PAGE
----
New rules expand hunting on most national wildlife refuges in Arizona

Above: Hunters welcomed new rules by the U.S. Fish and Wildlife Service that will open or expand hunting and fishing opportunities on 1.4 million acres of public lands, more than half of them in Arizona. Business News | 7 Sep |

Hunting groups are applauding new federal rules creating longer seasons, extended hours and expanded methods for hunting and taking different types of game on national wildlife refuges, including those in Arizona.

The changes, announced last week by the U.S. Fish and Wildlife Service, affect 1.4 million acres of federal land, more than 800,000 of which are in Arizona where seven of nine national wildlife refuges would be included in the changes.

Zack May, president of Southern Arizona Quail Forever, said the changes reduce contradictions between state and federal hunting rules while making national public land more accessible to sports enthusiasts.

“Anything that improves public access to public land is a good thing,” he said.

While hunters cheered the changes, environmentalists groups greeted them with a shrug. Brett Hartl, government affairs director for the Center for Biological Diversity, called the expansions “relatively minor and somewhat silly,” pointing to Kofa as an example.

“The reality is that there’s not that many hunters that go there,” Hartl said. “It’s hotter than hell 98 percent of the year.”

Kofa, at more than 660,000 acres, is the largest of the wildlife refuges affected by the changes.

The Interior Department said the new rules open hunting and fishing on 77 national wildlife refuges and 15 hatcheries. The rules also remove or revise more than 5,000 hunting regulations “to more closely match state laws,” Interior Secretary David Bernhardt said in a new release announcing the change.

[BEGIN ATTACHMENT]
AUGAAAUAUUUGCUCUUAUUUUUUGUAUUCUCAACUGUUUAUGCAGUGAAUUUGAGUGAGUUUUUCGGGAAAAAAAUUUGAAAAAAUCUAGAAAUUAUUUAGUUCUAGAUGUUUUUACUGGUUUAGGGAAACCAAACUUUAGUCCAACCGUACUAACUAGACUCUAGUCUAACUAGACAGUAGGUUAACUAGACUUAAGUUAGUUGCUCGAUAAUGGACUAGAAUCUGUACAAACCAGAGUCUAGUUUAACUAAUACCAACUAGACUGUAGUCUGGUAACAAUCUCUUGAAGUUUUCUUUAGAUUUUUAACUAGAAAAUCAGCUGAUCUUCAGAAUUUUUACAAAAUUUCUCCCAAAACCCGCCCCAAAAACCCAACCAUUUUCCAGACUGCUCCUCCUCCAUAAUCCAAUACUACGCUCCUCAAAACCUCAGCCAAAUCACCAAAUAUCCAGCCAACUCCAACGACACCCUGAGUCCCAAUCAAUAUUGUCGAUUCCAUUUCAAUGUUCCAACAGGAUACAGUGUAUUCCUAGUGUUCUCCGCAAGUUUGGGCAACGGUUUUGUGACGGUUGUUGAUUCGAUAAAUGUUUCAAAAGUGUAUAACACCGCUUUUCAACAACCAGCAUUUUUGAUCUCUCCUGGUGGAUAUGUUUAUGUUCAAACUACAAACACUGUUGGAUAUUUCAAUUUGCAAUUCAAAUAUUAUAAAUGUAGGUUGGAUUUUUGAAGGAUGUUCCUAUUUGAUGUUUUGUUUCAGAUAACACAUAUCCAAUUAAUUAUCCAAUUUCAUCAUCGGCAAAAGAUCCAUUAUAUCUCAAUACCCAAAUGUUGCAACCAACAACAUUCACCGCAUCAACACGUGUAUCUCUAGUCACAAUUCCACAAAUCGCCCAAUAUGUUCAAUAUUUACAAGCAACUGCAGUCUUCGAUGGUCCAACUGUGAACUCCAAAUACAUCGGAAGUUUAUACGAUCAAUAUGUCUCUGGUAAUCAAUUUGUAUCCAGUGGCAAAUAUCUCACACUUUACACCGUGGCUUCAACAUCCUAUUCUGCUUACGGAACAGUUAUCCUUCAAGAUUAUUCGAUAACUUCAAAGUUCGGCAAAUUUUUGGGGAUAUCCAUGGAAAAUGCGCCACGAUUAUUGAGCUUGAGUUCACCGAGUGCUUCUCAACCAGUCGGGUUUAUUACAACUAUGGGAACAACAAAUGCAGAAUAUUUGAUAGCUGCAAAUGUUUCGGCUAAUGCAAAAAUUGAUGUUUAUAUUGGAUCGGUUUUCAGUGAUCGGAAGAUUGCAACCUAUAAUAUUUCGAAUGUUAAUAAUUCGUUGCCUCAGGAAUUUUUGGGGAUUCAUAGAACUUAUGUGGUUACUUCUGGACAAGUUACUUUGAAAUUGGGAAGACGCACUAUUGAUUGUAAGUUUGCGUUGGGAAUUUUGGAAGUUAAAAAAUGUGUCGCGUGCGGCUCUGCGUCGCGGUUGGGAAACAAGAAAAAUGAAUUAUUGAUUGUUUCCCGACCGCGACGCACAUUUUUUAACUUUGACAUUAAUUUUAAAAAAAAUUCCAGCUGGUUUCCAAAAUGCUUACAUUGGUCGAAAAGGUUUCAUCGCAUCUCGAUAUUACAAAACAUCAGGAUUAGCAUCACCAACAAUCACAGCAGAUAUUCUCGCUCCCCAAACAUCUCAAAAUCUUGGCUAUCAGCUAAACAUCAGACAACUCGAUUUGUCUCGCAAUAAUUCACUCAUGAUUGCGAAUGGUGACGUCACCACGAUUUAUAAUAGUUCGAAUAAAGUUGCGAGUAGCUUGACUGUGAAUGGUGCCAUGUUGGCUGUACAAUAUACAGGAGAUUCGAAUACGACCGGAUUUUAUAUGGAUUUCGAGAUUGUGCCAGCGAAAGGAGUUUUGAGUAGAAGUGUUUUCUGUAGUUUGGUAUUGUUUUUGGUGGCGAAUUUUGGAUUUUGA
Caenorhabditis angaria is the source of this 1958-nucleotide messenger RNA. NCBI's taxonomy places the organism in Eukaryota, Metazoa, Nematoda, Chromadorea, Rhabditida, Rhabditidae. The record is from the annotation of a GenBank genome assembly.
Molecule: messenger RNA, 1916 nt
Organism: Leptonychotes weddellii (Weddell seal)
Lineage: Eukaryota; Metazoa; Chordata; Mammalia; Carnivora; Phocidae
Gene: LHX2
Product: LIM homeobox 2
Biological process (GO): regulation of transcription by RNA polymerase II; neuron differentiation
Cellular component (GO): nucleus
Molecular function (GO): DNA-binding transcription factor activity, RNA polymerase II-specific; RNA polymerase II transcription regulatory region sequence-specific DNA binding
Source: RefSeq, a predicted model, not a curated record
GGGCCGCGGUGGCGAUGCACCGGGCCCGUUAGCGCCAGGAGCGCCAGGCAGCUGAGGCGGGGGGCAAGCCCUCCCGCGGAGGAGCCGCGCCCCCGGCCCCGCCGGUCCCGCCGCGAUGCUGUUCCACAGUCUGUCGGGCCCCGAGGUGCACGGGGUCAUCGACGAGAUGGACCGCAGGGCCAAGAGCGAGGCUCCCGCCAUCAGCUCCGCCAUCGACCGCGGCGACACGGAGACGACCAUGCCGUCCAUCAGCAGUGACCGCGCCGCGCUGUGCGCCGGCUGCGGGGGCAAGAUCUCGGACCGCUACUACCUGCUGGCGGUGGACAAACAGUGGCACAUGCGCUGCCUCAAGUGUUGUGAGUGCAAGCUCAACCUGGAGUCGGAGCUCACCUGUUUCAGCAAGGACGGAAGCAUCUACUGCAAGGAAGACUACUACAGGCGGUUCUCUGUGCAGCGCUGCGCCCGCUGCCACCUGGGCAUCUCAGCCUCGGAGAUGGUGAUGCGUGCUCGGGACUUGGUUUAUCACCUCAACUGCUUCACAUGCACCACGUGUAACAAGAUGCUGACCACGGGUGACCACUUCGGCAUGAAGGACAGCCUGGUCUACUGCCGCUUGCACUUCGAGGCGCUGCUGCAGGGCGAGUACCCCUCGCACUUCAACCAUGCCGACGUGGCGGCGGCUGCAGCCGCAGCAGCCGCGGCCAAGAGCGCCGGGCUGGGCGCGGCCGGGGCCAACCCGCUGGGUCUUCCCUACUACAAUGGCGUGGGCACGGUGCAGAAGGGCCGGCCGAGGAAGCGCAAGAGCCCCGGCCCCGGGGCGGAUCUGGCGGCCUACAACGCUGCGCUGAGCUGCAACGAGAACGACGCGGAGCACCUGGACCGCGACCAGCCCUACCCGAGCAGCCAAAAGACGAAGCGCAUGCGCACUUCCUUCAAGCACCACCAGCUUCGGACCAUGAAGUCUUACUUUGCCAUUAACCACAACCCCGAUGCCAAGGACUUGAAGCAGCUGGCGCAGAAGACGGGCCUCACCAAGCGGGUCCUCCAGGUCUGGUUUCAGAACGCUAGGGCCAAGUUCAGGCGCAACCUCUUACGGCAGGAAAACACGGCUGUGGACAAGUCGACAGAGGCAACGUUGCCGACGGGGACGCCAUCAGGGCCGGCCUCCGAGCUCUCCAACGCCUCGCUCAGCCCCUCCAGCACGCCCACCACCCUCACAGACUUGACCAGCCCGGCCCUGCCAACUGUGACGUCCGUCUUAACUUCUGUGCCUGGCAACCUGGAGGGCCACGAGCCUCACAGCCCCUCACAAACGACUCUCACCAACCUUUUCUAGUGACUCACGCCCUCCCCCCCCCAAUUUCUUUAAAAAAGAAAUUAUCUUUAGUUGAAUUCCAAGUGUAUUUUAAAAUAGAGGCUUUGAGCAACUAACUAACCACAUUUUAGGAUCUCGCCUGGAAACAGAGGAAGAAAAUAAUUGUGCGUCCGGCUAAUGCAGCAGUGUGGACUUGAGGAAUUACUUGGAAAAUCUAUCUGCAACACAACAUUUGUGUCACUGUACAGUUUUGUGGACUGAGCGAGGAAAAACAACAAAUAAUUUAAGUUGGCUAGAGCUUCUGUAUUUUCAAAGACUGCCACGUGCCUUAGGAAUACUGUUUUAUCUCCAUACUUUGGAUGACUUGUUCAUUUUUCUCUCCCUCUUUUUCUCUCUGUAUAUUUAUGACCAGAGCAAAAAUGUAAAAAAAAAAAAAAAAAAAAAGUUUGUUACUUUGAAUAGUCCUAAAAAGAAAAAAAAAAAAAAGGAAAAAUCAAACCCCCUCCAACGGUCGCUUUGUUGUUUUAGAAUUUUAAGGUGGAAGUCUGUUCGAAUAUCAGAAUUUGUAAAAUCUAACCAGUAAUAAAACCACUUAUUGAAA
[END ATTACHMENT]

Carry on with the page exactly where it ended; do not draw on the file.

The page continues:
The department says the rules open or expand twice as much land as had been opened in the previous five years, and brings the number of refuges allowing hunting to 381. Affected refuges now have expanded season dates, longer hours or more hunting take methods for several bird and big game species, according to the Fish and Wildlife Service.

May, who hunts primarily in Buenos Aires and Cibola national wildlife refuges, said he has experienced “minor issues” with conflicting state and federal regulations and credited the new rules to a good working relationship between the two governments.

The final rule specifies that Fish and Wildlife officials will work with the Arizona Game and Fish Department on opening more opportunities in the next three years, including the two refuges not included in this year’s changes.

Hartl questioned the need for further expansion, characterizing the fanfare in the Interior Department’s announcement as a move to appease President Donald Trump’s political base.

“It’s such a modest thing,” Hartl said. “There’s no pent-up demand. It’s not as if this has been a contentious issue.”

A May Fish and Wildlife Service report estimates that only about 3% of Kofa’s 95,404 visitors visited the refuge for hunting during the 2017 fiscal year.

But others see the rules as a sign the federal government is listening to the real owners of the land: the public.

Hunting groups such as Safari Club International contend that people should be able to utilize public space, regardless of its popularity. Benjamin Cassidy, director of government affairs, said giving hunters the opportunity to hunt in places like Kofa “should be commended.”

“I think it continues in the tradition of listening to the American people and seeing how we can improve the experience on public lands,” he said. “Americans own these public lands.”

National wildlife refuges in the Southwest U.S. saw over 7 million visitors in 2017, according to recent Fish and Wildlife Service reports.

Nick Wiley, chief conservation officer for Ducks Unlimited, called the changes a “fresh look” at access to public lands – Arizona included.

“There’s a strong hunting interest from the people in Arizona and the hunting community,” Wiley said.

 

Story by Kailey Broussard, Cronkite News

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